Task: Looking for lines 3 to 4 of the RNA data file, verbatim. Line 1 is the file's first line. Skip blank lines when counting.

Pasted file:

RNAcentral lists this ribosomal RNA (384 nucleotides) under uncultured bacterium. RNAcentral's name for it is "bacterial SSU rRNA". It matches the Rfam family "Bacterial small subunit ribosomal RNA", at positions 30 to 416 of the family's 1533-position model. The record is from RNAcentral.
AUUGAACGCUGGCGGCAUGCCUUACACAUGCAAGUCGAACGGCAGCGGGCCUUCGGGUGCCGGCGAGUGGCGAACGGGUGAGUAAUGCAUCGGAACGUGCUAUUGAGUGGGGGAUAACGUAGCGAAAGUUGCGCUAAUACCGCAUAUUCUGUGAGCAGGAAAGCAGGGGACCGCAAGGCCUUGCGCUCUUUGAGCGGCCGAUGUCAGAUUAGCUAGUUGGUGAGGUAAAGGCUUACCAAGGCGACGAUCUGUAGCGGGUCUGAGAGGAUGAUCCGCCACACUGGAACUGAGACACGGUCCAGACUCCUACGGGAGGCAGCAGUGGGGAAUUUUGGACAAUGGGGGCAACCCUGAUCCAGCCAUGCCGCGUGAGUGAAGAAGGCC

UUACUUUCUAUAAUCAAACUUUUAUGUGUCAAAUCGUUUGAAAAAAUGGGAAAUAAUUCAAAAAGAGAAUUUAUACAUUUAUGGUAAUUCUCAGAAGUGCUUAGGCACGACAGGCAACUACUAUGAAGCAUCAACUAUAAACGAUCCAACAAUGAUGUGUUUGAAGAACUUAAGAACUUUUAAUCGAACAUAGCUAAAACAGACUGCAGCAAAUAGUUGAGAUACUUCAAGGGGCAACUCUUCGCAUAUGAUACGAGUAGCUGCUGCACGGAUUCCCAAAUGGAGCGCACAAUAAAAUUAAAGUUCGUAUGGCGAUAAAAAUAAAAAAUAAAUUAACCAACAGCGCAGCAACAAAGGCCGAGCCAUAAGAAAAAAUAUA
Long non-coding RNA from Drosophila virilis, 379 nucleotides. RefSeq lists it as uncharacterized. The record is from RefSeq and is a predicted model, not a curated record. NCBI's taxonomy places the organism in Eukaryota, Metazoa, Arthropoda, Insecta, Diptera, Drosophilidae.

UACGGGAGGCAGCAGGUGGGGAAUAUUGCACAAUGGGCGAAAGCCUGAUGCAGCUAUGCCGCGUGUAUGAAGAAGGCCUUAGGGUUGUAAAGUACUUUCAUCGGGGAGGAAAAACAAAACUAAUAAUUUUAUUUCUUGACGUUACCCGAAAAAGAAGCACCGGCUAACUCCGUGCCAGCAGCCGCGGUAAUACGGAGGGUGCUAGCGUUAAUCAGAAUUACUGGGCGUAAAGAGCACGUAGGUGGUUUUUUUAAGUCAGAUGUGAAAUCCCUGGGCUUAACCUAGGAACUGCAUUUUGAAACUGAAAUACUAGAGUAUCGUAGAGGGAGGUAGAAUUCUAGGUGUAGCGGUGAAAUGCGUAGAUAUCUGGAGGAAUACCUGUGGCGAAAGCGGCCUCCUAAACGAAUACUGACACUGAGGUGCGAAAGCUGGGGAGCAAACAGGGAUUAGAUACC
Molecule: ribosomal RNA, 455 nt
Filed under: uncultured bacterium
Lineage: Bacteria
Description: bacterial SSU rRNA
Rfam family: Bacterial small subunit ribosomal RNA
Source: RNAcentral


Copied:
UUACUUUCUAUAAUCAAACUUUUAUGUGUCAAAUCGUUUGAAAAAAUGGGAAAUAAUUCAAAAAGAGAAUUUAUACAUUUAUGGUAAUUCUCAGAAGUGCUUAGGCACGACAGGCAACUACUAUGAAGCAUCAACUAUAAACGAUCCAACAAUGAUGUGUUUGAAGAACUUAAGAACUUUUAAUCGAACAUAGCUAAAACAGACUGCAGCAAAUAGUUGAGAUACUUCAAGGGGCAACUCUUCGCAUAUGAUACGAGUAGCUGCUGCACGGAUUCCCAAAUGGAGCGCACAAUAAAAUUAAAGUUCGUAUGGCGAUAAAAAUAAAAAAUAAAUUAACCAACAGCGCAGCAACAAAGGCCGAGCCAUAAGAAAAAAUAUA
Long non-coding RNA from Drosophila virilis, 379 nucleotides. RefSeq lists it as uncharacterized. The record is from RefSeq and is a predicted model, not a curated record. NCBI's taxonomy places the organism in Eukaryota, Metazoa, Arthropoda, Insecta, Diptera, Drosophilidae.